5th District Plays Big Role


The Los Angeles elections on March 3 turned out to be more interesting than most of us had expected, especially the role of the Fifth Council District.

The Fifth, which is a mixture of Westside (think Fairfax) and Valley (think Encino) is also the “Jewish district.” In a city that’s about 6 percent to 7 percent Jewish, the Fifth is perhaps 35 percent to 40 percent Jewish. It’s the best-educated district, and one of the most affluent. It has tremendous voter registration and high turnout year after year.

Of the city’s nearly 1.6 million registered voters, 167,668 are in the Fifth, more than 10 percent of the total. On March 3, the Fifth cast around 12 percent of all city votes, with only 7 percent of the population.

The Fifth played a pivotal role in the rise and dominance of the Tom Bradley coalition, as its voters provided massive support to Bradley. Combined with the African American community, the Fifth and other white liberal districts consistently outvoted white conservatives. The Fifth is one of the few council districts that bridges the divide between the Valley and the rest of the city, joining more liberal Westsiders to more moderate Valley residents.

Winning the Fifth District’s council seat is a big achievement, because there are lots of talented and ambitious people ready to run and mount effective campaigns in those two parts of the city, and anyone who wins becomes a prospect for bigger things. Think Roz Wyman, Ed Edelman, Zev Yaroslavsky, Mike Feuer and now Jack Weiss, who is in the runoff for city attorney against Carmen Trutanich.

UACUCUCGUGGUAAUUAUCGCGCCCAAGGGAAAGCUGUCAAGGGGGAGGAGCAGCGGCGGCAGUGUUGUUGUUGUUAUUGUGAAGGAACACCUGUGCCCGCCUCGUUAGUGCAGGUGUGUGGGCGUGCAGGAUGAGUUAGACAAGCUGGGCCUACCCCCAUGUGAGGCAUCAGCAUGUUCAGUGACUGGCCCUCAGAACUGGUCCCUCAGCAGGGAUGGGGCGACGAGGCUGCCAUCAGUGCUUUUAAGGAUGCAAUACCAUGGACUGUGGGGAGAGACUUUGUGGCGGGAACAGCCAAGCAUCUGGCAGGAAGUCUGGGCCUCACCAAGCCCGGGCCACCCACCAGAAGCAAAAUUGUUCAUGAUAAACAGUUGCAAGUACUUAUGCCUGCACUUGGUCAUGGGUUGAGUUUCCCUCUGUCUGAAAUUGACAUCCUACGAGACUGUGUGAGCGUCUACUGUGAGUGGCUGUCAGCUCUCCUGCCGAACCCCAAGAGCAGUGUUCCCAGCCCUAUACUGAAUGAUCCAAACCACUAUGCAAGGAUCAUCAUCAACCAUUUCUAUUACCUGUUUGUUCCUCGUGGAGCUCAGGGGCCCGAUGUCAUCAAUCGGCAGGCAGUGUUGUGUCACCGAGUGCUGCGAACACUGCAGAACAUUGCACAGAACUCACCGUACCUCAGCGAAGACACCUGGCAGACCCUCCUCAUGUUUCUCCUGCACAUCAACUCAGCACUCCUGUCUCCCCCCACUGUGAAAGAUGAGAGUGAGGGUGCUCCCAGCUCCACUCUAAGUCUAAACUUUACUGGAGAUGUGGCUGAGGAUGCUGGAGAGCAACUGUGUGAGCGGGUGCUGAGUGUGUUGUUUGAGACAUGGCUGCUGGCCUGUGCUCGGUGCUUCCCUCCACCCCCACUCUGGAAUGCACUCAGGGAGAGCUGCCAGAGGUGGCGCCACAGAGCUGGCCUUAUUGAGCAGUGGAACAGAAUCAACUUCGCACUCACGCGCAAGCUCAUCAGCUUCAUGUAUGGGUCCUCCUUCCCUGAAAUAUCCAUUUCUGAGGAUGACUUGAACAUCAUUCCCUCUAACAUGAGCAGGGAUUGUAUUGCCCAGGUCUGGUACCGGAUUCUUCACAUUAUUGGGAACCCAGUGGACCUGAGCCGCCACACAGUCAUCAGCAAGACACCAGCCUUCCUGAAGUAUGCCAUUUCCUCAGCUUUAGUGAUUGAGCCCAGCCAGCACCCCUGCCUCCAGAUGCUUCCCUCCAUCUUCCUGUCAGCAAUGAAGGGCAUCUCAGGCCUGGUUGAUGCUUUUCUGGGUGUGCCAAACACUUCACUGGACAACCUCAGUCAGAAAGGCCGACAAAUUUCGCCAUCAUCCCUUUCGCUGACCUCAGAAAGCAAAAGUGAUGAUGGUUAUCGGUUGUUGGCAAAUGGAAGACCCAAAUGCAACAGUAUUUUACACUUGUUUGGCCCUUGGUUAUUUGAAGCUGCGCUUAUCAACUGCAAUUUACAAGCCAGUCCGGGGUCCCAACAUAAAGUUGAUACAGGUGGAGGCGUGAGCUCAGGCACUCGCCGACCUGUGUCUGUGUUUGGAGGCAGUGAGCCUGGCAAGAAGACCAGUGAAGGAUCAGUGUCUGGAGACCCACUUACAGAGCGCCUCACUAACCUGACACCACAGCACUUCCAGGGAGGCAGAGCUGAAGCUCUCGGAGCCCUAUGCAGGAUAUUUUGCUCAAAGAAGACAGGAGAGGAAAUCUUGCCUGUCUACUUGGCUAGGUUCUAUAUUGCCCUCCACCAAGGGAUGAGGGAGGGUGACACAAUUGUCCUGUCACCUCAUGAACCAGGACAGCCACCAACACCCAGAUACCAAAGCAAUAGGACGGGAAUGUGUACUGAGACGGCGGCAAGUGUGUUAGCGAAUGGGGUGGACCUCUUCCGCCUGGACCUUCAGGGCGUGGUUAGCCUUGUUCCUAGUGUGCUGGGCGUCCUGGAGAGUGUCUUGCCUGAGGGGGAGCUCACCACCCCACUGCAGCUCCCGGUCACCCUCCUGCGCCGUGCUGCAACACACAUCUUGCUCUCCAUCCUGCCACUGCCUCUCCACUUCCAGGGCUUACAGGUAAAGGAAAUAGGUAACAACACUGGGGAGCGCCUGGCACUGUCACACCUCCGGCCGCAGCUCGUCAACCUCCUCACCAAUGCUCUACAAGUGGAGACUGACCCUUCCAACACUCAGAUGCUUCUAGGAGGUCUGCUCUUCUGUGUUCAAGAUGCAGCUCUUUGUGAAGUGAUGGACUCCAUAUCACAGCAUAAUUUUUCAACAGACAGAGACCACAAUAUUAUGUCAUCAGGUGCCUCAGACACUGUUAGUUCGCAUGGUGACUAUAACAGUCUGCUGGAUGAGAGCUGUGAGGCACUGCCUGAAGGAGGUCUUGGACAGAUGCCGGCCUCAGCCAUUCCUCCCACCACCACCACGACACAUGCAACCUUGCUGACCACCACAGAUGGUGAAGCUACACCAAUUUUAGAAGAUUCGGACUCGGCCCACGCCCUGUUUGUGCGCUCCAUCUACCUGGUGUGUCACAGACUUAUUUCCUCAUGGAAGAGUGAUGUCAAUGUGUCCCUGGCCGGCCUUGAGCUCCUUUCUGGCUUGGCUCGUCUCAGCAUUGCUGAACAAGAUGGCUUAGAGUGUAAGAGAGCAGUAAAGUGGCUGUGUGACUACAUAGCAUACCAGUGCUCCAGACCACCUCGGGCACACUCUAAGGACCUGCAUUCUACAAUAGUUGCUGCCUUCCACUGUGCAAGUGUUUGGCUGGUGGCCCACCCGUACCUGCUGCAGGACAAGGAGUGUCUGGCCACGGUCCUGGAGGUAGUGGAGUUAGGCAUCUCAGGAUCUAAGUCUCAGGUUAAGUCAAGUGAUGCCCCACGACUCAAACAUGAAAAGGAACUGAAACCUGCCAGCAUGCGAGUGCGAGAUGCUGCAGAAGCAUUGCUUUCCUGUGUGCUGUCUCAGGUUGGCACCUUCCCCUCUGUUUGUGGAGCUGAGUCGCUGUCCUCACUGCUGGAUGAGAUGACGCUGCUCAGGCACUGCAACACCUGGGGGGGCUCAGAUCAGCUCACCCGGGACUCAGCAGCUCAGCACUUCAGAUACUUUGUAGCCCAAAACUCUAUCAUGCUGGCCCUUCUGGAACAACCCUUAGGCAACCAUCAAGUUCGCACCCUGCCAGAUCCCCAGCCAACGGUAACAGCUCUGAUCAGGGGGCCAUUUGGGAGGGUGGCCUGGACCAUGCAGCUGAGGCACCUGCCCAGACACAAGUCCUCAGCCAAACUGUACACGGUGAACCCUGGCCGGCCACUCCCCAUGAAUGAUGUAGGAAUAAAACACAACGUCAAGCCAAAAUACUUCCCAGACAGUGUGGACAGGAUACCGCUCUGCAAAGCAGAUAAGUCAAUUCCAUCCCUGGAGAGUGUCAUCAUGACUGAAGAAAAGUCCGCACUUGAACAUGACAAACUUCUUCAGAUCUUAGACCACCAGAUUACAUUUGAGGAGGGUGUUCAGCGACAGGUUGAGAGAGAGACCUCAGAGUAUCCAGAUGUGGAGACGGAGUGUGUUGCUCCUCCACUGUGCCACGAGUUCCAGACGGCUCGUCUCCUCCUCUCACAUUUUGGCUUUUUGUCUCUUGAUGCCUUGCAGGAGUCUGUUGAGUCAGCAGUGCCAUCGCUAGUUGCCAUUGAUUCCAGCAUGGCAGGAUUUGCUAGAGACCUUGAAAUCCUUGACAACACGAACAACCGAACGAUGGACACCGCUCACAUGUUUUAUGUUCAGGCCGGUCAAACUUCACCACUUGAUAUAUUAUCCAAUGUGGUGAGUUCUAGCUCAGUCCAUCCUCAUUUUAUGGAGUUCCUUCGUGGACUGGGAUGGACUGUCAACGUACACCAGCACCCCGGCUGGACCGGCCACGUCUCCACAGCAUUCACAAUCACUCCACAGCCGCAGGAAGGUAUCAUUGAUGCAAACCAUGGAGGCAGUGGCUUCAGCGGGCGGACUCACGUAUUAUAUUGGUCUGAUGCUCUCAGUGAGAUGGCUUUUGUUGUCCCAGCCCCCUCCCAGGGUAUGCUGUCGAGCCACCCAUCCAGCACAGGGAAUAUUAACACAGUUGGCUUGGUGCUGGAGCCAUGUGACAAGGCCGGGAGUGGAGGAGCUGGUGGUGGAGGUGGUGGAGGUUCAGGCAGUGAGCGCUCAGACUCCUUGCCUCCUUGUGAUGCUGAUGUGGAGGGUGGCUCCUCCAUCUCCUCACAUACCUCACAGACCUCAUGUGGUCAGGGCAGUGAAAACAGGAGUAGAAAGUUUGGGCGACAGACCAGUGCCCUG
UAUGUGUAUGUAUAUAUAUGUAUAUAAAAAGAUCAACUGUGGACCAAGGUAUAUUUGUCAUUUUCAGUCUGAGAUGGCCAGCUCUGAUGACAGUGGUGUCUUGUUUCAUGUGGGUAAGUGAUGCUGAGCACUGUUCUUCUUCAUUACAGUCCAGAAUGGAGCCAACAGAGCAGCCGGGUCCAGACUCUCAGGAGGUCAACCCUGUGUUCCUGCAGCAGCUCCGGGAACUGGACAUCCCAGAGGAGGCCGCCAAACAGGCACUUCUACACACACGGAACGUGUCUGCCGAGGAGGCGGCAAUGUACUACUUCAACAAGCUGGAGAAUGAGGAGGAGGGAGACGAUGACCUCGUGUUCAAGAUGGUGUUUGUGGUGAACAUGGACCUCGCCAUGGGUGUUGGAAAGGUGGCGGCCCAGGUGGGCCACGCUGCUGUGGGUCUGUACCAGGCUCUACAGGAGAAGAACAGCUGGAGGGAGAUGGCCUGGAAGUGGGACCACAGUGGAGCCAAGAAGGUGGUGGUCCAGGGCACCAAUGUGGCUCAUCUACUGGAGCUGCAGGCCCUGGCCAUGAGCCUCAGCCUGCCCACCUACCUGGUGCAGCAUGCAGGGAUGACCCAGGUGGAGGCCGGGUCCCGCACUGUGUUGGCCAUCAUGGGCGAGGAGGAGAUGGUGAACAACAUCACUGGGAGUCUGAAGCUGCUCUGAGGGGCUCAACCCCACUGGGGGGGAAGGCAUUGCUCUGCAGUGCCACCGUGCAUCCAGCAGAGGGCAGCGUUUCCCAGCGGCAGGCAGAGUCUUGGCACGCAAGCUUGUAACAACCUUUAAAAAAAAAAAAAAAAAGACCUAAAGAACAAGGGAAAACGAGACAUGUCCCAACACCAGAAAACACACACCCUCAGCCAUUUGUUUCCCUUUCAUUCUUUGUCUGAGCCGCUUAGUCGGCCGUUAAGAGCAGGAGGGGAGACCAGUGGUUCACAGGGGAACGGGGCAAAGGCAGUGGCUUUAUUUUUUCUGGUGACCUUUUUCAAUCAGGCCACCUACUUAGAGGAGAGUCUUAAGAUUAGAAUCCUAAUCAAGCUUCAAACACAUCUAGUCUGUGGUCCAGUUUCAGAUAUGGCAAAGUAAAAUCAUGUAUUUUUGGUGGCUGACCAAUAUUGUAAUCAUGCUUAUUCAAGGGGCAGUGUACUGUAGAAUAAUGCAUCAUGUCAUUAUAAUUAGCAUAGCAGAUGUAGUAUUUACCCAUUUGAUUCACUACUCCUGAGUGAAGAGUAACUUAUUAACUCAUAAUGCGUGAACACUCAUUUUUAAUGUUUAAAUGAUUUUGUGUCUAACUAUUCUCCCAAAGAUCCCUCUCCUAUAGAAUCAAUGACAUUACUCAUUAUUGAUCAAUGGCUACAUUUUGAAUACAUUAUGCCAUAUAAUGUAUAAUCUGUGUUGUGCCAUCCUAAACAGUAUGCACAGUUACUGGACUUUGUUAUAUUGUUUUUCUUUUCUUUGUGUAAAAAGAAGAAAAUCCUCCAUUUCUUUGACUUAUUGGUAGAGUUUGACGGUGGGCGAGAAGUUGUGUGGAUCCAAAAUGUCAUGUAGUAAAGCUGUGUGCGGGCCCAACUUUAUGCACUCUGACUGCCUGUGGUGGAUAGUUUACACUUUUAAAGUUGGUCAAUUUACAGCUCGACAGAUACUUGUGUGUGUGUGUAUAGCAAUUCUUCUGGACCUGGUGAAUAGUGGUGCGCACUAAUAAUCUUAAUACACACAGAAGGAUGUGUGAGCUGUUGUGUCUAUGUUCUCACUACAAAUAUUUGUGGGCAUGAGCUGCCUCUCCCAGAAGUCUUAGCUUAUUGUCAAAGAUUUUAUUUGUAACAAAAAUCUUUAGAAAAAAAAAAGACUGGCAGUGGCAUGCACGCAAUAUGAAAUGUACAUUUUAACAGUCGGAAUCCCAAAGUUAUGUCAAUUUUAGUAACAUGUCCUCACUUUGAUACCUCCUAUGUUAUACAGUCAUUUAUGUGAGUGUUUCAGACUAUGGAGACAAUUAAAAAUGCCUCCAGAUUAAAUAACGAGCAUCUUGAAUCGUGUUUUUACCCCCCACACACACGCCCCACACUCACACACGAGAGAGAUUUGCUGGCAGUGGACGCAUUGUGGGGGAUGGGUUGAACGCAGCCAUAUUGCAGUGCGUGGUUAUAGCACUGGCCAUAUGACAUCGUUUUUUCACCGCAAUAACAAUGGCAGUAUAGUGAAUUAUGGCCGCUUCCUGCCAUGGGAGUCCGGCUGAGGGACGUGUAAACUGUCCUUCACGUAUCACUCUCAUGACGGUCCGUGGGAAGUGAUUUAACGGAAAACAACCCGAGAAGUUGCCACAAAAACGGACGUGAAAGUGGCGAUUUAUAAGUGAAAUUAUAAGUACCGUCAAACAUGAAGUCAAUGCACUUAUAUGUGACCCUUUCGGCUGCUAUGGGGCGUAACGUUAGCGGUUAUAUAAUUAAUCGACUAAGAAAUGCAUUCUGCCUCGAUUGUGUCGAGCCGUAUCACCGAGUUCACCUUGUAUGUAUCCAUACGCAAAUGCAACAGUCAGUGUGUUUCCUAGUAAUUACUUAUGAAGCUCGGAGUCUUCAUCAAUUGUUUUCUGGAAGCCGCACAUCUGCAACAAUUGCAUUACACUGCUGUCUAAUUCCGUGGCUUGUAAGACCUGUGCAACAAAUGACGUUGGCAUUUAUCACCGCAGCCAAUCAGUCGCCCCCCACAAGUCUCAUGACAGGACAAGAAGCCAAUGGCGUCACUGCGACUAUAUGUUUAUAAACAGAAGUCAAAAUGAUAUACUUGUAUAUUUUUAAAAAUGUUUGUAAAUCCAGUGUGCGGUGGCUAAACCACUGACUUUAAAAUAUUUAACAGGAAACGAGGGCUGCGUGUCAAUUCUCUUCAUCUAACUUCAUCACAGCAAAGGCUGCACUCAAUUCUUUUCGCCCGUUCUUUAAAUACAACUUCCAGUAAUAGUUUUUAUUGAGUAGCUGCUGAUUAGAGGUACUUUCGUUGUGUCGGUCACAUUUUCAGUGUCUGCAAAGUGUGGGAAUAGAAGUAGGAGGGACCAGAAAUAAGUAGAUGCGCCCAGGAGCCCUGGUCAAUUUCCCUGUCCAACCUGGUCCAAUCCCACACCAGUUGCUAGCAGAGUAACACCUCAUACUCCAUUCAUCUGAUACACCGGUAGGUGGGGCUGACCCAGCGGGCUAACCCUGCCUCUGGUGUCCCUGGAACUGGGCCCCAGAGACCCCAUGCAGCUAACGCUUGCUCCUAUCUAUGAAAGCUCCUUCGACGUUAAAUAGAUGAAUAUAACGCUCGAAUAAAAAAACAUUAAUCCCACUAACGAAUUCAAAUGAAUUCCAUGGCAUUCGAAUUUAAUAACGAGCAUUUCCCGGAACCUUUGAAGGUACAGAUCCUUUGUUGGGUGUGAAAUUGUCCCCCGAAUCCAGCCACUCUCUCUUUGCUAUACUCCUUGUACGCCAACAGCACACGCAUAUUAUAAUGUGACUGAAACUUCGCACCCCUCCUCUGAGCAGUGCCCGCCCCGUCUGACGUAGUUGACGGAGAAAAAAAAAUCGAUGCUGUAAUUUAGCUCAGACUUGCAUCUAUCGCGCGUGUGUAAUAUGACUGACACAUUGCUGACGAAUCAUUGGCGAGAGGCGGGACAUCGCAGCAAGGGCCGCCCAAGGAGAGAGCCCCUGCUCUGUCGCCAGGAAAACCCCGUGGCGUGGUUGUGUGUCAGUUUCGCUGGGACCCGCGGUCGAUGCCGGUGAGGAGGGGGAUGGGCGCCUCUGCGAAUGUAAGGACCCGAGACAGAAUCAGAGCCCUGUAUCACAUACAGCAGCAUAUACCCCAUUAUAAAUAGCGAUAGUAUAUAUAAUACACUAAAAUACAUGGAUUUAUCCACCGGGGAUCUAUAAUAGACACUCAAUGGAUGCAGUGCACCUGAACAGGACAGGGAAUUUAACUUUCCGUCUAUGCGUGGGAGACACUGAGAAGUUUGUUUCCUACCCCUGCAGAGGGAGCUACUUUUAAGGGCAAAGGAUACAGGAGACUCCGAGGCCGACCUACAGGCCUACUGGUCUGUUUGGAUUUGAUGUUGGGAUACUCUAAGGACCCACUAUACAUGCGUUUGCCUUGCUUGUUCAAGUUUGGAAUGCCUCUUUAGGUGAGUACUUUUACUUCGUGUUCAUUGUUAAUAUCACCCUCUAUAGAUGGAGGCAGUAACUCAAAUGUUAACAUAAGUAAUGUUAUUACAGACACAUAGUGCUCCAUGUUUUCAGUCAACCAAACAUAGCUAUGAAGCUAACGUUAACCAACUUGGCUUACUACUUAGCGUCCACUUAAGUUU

While the voters in the Fifth District are disproportionately Democrats, they can be very unpredictable on one local issue, and that is growth. When Bradley experienced a lot of political trouble in the 1980s, it was over growth, development and traffic, and much of this agitation was in the Fifth. The proliferation of billboards and city hall’s weakness in regulating them has energized another neighborhood rebellion today.

The race to succeed Weiss generated six strong candidates who split votes so evenly in the primary that the percentages looked like a box score on a night that the Lakers have everybody in double figures. Weiss has lots of defenders and lots of enemies in his own district on the hot-button issues, and he was charged with being too pro-development.

The two candidates who made it into the runoff, Paul Koretz and David Vahedi, are both critics of development and billboards. They are each likely to further activate the voters who are fighting growth.